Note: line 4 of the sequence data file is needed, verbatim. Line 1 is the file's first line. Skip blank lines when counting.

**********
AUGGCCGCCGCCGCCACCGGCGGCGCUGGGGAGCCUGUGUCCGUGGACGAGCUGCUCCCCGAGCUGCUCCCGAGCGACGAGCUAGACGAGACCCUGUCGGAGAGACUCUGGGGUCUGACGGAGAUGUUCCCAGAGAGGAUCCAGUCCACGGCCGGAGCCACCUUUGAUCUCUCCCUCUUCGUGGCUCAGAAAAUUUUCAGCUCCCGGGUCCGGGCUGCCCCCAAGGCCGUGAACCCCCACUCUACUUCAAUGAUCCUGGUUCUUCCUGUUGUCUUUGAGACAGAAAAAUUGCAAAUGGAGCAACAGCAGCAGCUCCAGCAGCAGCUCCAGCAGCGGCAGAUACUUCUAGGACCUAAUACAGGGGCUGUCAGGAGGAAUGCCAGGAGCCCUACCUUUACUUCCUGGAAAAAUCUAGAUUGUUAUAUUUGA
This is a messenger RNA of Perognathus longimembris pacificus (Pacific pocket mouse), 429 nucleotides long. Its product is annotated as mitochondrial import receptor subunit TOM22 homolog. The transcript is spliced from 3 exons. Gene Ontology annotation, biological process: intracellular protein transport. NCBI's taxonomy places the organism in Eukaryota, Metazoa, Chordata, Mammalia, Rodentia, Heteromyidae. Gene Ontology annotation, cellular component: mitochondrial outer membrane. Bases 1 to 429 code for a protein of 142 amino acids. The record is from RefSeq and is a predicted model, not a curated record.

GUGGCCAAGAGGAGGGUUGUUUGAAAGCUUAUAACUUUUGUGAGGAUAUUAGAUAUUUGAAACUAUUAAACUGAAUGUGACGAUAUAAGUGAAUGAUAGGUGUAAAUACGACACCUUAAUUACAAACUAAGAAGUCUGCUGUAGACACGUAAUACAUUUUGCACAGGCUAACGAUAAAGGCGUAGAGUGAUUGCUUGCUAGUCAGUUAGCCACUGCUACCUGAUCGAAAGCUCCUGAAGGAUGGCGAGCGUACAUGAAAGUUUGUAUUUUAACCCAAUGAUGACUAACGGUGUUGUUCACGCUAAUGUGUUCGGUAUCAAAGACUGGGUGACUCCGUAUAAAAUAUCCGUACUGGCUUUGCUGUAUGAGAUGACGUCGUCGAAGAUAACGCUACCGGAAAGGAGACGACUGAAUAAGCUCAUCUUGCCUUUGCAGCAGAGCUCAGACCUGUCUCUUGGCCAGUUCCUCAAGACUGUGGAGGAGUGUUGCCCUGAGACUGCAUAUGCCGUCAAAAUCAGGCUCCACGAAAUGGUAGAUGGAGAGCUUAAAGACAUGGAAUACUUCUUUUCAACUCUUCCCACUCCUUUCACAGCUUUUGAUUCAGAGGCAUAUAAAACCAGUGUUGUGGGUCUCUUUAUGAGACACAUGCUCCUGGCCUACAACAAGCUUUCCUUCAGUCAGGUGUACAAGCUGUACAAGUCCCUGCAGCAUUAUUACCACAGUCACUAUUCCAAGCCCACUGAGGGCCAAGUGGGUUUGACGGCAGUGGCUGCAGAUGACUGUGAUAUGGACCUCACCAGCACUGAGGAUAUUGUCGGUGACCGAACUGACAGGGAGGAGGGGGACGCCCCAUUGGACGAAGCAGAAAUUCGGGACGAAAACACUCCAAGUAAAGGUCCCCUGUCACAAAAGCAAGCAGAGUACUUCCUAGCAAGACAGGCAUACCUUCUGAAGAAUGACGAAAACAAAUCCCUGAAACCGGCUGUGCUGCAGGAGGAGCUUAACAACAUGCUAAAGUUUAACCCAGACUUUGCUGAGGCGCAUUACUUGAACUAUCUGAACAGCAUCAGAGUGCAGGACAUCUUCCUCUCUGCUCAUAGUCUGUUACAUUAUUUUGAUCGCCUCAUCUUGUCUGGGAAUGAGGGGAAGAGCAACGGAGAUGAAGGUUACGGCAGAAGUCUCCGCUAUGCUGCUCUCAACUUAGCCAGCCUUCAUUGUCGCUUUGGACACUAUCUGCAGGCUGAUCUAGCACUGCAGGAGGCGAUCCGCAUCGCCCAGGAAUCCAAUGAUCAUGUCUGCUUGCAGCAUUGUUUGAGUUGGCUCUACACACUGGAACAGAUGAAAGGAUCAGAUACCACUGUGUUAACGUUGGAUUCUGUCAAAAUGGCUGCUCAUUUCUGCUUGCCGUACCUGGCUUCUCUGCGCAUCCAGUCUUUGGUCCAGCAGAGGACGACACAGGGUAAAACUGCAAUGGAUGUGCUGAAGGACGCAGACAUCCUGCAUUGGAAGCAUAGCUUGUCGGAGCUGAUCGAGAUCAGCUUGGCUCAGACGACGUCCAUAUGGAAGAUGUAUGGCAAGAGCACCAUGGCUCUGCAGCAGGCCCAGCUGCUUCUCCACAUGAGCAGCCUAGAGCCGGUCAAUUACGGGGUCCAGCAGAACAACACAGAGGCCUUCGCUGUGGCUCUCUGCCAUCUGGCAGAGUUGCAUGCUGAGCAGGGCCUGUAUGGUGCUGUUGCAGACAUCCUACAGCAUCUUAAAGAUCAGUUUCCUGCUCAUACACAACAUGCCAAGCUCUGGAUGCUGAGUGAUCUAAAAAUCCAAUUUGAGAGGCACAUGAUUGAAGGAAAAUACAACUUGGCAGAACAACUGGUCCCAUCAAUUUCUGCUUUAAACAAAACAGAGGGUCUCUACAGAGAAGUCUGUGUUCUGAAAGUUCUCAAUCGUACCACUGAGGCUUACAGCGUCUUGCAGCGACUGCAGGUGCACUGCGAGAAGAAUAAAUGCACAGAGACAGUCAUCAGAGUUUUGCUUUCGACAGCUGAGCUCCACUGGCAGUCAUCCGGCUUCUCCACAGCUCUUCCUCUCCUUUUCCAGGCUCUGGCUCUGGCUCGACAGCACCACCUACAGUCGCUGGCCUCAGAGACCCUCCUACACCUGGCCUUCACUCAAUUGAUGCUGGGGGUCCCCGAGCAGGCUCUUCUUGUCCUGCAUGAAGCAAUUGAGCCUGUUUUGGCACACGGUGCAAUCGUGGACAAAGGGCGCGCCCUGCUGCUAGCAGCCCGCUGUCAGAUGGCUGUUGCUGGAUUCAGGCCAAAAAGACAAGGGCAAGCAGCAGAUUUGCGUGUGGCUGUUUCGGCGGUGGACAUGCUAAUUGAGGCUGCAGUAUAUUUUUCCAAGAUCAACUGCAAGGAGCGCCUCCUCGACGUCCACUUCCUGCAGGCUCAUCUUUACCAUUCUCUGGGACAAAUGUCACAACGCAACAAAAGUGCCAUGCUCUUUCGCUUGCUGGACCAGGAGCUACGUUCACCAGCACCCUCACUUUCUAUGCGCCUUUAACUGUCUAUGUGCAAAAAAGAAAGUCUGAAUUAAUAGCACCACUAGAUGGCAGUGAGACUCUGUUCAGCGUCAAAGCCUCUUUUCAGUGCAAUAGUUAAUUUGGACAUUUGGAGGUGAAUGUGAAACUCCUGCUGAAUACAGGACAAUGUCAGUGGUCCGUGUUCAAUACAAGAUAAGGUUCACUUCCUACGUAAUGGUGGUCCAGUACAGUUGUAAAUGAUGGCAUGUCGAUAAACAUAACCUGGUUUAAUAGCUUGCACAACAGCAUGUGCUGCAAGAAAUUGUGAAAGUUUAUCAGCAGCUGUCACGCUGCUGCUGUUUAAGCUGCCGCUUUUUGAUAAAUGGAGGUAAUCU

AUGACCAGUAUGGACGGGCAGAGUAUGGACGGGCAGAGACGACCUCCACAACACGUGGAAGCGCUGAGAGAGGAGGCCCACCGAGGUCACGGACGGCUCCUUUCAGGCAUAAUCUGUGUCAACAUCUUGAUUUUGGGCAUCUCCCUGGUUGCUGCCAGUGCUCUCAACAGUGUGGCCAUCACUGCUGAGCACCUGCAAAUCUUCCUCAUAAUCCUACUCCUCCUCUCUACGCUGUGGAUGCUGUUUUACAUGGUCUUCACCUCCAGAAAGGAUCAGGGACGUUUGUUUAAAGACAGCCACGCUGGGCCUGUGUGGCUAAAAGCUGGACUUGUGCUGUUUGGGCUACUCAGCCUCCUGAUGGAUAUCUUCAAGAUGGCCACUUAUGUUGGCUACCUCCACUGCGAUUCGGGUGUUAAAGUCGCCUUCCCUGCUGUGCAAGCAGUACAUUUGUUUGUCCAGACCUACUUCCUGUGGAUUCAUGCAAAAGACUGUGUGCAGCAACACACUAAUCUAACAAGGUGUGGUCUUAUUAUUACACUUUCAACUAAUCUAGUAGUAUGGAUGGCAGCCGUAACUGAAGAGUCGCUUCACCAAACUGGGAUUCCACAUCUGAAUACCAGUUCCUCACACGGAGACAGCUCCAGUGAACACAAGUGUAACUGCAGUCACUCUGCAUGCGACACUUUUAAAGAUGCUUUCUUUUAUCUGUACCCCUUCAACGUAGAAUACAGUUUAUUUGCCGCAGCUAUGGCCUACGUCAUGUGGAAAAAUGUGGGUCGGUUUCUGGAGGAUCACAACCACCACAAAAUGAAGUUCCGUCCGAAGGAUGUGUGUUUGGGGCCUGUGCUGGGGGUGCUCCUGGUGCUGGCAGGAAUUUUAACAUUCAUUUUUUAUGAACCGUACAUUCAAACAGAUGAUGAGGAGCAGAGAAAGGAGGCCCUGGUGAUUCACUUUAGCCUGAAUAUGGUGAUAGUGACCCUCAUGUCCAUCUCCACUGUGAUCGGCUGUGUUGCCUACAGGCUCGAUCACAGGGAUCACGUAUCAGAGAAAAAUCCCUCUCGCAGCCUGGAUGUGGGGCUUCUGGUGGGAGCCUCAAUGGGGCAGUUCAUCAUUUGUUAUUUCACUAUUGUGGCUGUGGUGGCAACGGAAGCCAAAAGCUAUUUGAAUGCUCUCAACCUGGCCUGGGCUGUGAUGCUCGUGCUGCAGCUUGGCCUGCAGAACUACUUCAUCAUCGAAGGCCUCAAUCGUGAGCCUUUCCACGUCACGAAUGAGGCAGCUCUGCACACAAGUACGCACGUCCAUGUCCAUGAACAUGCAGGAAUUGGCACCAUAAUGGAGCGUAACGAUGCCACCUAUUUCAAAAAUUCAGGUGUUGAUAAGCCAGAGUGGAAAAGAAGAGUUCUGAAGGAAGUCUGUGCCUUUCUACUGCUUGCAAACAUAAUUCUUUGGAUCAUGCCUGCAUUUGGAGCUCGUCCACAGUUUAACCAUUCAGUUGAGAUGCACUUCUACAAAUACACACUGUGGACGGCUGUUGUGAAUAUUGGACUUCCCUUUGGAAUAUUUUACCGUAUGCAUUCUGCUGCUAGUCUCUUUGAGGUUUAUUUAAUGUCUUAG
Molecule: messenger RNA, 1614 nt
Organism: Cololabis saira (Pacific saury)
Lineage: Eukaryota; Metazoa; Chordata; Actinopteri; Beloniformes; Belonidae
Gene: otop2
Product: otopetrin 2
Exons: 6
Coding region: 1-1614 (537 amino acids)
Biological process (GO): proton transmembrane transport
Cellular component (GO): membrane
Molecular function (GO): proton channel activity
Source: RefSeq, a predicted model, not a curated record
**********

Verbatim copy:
AUGACCAGUAUGGACGGGCAGAGUAUGGACGGGCAGAGACGACCUCCACAACACGUGGAAGCGCUGAGAGAGGAGGCCCACCGAGGUCACGGACGGCUCCUUUCAGGCAUAAUCUGUGUCAACAUCUUGAUUUUGGGCAUCUCCCUGGUUGCUGCCAGUGCUCUCAACAGUGUGGCCAUCACUGCUGAGCACCUGCAAAUCUUCCUCAUAAUCCUACUCCUCCUCUCUACGCUGUGGAUGCUGUUUUACAUGGUCUUCACCUCCAGAAAGGAUCAGGGACGUUUGUUUAAAGACAGCCACGCUGGGCCUGUGUGGCUAAAAGCUGGACUUGUGCUGUUUGGGCUACUCAGCCUCCUGAUGGAUAUCUUCAAGAUGGCCACUUAUGUUGGCUACCUCCACUGCGAUUCGGGUGUUAAAGUCGCCUUCCCUGCUGUGCAAGCAGUACAUUUGUUUGUCCAGACCUACUUCCUGUGGAUUCAUGCAAAAGACUGUGUGCAGCAACACACUAAUCUAACAAGGUGUGGUCUUAUUAUUACACUUUCAACUAAUCUAGUAGUAUGGAUGGCAGCCGUAACUGAAGAGUCGCUUCACCAAACUGGGAUUCCACAUCUGAAUACCAGUUCCUCACACGGAGACAGCUCCAGUGAACACAAGUGUAACUGCAGUCACUCUGCAUGCGACACUUUUAAAGAUGCUUUCUUUUAUCUGUACCCCUUCAACGUAGAAUACAGUUUAUUUGCCGCAGCUAUGGCCUACGUCAUGUGGAAAAAUGUGGGUCGGUUUCUGGAGGAUCACAACCACCACAAAAUGAAGUUCCGUCCGAAGGAUGUGUGUUUGGGGCCUGUGCUGGGGGUGCUCCUGGUGCUGGCAGGAAUUUUAACAUUCAUUUUUUAUGAACCGUACAUUCAAACAGAUGAUGAGGAGCAGAGAAAGGAGGCCCUGGUGAUUCACUUUAGCCUGAAUAUGGUGAUAGUGACCCUCAUGUCCAUCUCCACUGUGAUCGGCUGUGUUGCCUACAGGCUCGAUCACAGGGAUCACGUAUCAGAGAAAAAUCCCUCUCGCAGCCUGGAUGUGGGGCUUCUGGUGGGAGCCUCAAUGGGGCAGUUCAUCAUUUGUUAUUUCACUAUUGUGGCUGUGGUGGCAACGGAAGCCAAAAGCUAUUUGAAUGCUCUCAACCUGGCCUGGGCUGUGAUGCUCGUGCUGCAGCUUGGCCUGCAGAACUACUUCAUCAUCGAAGGCCUCAAUCGUGAGCCUUUCCACGUCACGAAUGAGGCAGCUCUGCACACAAGUACGCACGUCCAUGUCCAUGAACAUGCAGGAAUUGGCACCAUAAUGGAGCGUAACGAUGCCACCUAUUUCAAAAAUUCAGGUGUUGAUAAGCCAGAGUGGAAAAGAAGAGUUCUGAAGGAAGUCUGUGCCUUUCUACUGCUUGCAAACAUAAUUCUUUGGAUCAUGCCUGCAUUUGGAGCUCGUCCACAGUUUAACCAUUCAGUUGAGAUGCACUUCUACAAAUACACACUGUGGACGGCUGUUGUGAAUAUUGGACUUCCCUUUGGAAUAUUUUACCGUAUGCAUUCUGCUGCUAGUCUCUUUGAGGUUUAUUUAAUGUCUUAG